The NLA is elected under universal suffrage for five year terms. All 49 seats are reserved for matai, that is people who have the status of chiefs in Samoa's villages. The Samoan Government is administered by the Cabinet, which consists of the Prime Minister and 12 Ministers. Currently, all other Government MPs have been appointed as associate ministers. Prime Minister Tuilaepa Lupesoliai Sailele Malielegaoi has been in office since 23 November 1998.

In elections held on 4 March 2011, the Human Rights Protection Party (HRPP ), which has governed Samoa since 1982, was returned to power. The HRPP has 37 of the 49 parliamentary seats. The opposition Tautua Samoa Party has the remaining 12 seats.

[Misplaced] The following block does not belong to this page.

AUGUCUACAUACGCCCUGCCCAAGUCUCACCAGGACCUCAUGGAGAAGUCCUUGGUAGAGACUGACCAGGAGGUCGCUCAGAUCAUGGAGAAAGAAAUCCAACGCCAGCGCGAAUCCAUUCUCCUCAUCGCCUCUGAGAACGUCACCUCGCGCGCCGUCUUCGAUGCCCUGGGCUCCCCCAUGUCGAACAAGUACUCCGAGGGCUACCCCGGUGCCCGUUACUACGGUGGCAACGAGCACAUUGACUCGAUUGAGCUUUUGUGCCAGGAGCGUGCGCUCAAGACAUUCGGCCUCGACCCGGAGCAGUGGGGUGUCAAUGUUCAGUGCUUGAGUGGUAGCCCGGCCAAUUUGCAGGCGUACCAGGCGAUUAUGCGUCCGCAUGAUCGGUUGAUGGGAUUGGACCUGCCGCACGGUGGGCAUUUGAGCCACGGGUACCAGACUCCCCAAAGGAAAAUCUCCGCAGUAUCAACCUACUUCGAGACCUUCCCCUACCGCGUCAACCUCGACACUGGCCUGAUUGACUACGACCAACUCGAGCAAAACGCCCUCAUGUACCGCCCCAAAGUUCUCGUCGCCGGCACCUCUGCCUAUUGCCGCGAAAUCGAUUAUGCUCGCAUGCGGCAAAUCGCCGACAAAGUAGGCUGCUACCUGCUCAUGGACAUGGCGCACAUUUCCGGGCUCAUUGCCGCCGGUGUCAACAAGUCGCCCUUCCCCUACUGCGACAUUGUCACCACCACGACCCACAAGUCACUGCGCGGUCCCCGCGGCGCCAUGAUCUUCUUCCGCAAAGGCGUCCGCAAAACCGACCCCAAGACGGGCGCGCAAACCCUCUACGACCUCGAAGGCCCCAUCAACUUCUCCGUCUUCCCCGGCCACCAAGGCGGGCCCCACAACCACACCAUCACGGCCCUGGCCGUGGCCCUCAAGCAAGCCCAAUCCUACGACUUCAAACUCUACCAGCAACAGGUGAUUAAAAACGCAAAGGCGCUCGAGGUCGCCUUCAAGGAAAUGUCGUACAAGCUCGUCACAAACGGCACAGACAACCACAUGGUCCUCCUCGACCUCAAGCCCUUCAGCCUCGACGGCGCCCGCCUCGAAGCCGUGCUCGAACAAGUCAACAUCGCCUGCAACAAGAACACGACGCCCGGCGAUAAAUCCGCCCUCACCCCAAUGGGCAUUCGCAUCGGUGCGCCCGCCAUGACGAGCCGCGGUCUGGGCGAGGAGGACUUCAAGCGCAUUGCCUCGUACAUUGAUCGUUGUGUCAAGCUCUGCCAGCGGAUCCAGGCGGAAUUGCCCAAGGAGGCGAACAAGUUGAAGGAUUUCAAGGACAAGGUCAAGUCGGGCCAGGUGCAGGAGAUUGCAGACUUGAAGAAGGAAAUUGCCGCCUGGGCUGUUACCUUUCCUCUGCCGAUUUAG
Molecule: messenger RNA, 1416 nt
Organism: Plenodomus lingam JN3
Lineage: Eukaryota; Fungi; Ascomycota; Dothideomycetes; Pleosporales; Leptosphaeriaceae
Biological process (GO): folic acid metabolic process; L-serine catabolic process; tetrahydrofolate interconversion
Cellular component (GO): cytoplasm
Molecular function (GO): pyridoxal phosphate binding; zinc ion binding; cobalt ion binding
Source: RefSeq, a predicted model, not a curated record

Samoa has an independent judiciary, including a specific court to resolve disputes over land and traditional titles.

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FOREIGN RELATIONS

Samoa is an active member of the Pacific Islands Forum (PIF), the Secretariat of the Pacific Community (SPC) and the Secretariat of the Pacific Regional Environment Programme (SPREP), which is based in Samoa. The Pacific regional office of the Food and Agriculture Organization (FAO) is also located in Apia as are regional offices of the United Nations Development Programme (UNDP), the United Nations Educational, Scientific and Cultural Organization (UNESCO) and the World Health Organization (WHO). The Pacific Transnational Crime Coordination Centre relocated to Apia (from Suva) in January 2008.

Samoa applied for membership of the World Trade Organization on 15 April 1998. On 15 December 2011 Samoa gained accession to the WTO and has until 15 June 2012 to ratify the package.